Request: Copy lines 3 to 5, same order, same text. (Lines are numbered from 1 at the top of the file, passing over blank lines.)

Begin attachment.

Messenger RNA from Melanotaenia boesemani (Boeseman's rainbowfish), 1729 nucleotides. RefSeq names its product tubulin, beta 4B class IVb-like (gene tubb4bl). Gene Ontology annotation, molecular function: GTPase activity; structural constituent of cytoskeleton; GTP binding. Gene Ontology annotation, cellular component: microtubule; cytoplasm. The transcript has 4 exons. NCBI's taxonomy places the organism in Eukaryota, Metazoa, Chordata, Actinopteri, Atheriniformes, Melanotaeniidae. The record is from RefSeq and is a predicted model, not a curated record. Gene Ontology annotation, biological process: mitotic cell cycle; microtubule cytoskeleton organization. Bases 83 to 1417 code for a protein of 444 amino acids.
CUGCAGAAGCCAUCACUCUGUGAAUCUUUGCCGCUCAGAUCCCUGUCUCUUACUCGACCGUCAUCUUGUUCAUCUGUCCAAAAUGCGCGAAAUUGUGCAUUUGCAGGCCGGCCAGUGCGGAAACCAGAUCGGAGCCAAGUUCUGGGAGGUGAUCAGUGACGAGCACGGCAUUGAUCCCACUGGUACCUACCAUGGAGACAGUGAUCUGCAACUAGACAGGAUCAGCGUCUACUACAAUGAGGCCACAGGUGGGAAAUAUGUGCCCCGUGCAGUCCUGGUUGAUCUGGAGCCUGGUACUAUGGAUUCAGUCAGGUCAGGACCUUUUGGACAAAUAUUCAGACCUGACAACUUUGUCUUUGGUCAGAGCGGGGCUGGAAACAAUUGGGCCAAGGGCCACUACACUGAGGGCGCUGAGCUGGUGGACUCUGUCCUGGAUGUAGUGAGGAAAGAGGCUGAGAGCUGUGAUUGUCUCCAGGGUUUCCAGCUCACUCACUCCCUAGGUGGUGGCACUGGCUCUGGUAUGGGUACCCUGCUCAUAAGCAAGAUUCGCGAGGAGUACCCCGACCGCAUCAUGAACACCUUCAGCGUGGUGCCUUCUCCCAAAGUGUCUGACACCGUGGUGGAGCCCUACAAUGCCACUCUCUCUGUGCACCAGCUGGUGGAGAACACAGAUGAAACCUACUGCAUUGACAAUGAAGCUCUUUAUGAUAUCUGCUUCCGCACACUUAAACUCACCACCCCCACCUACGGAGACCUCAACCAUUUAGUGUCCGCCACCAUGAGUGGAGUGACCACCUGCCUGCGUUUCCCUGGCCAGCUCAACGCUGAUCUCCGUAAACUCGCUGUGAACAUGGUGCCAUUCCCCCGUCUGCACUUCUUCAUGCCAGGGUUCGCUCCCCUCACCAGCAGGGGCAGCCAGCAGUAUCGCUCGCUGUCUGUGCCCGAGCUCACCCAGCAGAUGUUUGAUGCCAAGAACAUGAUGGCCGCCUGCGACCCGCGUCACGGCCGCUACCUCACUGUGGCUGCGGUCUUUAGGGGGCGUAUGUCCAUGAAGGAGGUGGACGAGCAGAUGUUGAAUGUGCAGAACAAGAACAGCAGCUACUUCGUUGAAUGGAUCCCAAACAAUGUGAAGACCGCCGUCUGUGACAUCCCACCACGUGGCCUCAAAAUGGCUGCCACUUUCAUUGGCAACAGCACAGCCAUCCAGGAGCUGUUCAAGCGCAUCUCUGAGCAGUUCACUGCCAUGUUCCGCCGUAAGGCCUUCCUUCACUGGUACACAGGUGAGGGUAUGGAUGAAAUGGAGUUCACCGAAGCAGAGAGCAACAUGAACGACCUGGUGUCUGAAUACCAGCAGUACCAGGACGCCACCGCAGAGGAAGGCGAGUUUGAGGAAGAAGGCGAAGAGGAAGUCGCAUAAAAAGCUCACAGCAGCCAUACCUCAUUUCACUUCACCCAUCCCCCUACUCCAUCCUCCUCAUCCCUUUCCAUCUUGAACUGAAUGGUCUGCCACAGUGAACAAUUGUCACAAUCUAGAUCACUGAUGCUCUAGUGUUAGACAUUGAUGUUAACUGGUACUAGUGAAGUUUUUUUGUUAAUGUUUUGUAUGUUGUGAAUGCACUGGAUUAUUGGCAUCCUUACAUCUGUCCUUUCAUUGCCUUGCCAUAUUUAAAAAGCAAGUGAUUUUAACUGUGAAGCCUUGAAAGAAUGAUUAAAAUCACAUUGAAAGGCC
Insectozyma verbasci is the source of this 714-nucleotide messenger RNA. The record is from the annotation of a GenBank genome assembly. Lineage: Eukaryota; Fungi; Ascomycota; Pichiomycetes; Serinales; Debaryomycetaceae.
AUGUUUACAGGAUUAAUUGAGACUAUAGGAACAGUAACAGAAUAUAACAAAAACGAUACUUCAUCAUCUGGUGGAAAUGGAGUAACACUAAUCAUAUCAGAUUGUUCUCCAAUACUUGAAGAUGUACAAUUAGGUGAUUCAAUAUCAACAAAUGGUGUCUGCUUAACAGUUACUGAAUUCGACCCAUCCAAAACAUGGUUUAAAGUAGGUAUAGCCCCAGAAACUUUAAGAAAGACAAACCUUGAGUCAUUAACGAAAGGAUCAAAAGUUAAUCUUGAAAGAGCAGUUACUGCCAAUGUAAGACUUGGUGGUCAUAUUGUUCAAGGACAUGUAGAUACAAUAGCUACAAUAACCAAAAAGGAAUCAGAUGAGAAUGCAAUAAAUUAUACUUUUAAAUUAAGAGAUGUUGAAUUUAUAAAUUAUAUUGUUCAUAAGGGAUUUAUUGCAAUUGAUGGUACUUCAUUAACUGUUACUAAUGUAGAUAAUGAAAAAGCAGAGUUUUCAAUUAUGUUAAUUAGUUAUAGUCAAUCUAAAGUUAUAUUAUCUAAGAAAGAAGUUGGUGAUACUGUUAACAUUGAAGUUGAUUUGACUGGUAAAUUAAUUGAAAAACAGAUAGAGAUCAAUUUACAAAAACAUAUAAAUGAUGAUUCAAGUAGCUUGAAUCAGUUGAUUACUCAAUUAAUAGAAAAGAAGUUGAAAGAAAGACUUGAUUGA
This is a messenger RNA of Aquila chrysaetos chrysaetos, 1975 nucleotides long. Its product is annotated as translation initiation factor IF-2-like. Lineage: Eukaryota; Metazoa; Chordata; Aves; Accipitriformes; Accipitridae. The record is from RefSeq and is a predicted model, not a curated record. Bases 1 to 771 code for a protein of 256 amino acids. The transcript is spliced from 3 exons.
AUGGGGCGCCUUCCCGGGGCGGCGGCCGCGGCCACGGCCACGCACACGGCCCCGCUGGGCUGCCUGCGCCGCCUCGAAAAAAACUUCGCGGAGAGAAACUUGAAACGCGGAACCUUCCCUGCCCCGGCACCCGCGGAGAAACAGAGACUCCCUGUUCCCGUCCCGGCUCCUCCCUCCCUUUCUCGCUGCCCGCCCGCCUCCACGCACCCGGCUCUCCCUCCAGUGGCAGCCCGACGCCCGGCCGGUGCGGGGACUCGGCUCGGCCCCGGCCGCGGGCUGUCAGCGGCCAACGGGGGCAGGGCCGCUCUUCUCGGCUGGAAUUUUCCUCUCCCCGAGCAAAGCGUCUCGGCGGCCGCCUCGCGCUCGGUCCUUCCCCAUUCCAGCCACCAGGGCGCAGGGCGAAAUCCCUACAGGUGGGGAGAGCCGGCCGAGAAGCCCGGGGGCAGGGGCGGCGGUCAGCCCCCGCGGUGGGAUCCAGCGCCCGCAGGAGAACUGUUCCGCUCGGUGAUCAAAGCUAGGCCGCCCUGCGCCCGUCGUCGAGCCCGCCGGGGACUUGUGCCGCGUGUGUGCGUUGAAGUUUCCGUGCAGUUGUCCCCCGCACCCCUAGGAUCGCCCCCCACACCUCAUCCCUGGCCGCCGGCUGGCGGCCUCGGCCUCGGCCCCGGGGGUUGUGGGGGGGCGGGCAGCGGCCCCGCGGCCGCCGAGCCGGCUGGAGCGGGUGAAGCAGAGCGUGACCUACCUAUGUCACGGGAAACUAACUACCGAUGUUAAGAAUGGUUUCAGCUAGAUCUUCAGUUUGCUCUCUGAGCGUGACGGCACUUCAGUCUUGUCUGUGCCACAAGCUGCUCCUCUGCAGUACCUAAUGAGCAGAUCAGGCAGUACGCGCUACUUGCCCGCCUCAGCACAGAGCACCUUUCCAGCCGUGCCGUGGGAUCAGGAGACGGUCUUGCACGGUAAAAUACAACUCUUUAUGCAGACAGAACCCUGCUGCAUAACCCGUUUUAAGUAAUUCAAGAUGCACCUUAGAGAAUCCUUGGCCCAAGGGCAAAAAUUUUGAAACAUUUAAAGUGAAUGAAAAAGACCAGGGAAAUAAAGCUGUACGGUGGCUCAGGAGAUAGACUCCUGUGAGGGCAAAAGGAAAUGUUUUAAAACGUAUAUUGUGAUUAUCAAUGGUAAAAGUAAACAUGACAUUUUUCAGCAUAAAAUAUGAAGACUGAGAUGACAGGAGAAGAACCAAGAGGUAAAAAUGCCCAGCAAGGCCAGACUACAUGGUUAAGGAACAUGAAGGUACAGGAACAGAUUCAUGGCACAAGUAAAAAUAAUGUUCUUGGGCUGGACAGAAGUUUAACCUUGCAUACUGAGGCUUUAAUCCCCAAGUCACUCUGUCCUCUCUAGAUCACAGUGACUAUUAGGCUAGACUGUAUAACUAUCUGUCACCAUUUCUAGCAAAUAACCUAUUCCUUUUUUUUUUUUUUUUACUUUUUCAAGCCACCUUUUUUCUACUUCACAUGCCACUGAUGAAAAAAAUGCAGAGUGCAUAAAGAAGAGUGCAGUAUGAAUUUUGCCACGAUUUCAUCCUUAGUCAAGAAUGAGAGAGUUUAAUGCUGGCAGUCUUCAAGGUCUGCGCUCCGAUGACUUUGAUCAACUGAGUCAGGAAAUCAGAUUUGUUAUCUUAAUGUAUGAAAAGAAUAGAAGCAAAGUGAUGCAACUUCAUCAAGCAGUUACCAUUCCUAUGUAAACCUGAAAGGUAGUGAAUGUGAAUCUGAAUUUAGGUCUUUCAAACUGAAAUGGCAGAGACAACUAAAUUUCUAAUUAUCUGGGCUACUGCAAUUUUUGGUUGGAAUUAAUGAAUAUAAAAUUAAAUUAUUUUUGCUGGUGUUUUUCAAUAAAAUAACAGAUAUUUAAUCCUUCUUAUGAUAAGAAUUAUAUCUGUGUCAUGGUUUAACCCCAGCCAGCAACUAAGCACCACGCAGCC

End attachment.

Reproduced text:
Insectozyma verbasci is the source of this 714-nucleotide messenger RNA. The record is from the annotation of a GenBank genome assembly. Lineage: Eukaryota; Fungi; Ascomycota; Pichiomycetes; Serinales; Debaryomycetaceae.
AUGUUUACAGGAUUAAUUGAGACUAUAGGAACAGUAACAGAAUAUAACAAAAACGAUACUUCAUCAUCUGGUGGAAAUGGAGUAACACUAAUCAUAUCAGAUUGUUCUCCAAUACUUGAAGAUGUACAAUUAGGUGAUUCAAUAUCAACAAAUGGUGUCUGCUUAACAGUUACUGAAUUCGACCCAUCCAAAACAUGGUUUAAAGUAGGUAUAGCCCCAGAAACUUUAAGAAAGACAAACCUUGAGUCAUUAACGAAAGGAUCAAAAGUUAAUCUUGAAAGAGCAGUUACUGCCAAUGUAAGACUUGGUGGUCAUAUUGUUCAAGGACAUGUAGAUACAAUAGCUACAAUAACCAAAAAGGAAUCAGAUGAGAAUGCAAUAAAUUAUACUUUUAAAUUAAGAGAUGUUGAAUUUAUAAAUUAUAUUGUUCAUAAGGGAUUUAUUGCAAUUGAUGGUACUUCAUUAACUGUUACUAAUGUAGAUAAUGAAAAAGCAGAGUUUUCAAUUAUGUUAAUUAGUUAUAGUCAAUCUAAAGUUAUAUUAUCUAAGAAAGAAGUUGGUGAUACUGUUAACAUUGAAGUUGAUUUGACUGGUAAAUUAAUUGAAAAACAGAUAGAGAUCAAUUUACAAAAACAUAUAAAUGAUGAUUCAAGUAGCUUGAAUCAGUUGAUUACUCAAUUAAUAGAAAAGAAGUUGAAAGAAAGACUUGAUUGA
This is a messenger RNA of Aquila chrysaetos chrysaetos, 1975 nucleotides long. Its product is annotated as translation initiation factor IF-2-like. Lineage: Eukaryota; Metazoa; Chordata; Aves; Accipitriformes; Accipitridae. The record is from RefSeq and is a predicted model, not a curated record. Bases 1 to 771 code for a protein of 256 amino acids. The transcript is spliced from 3 exons.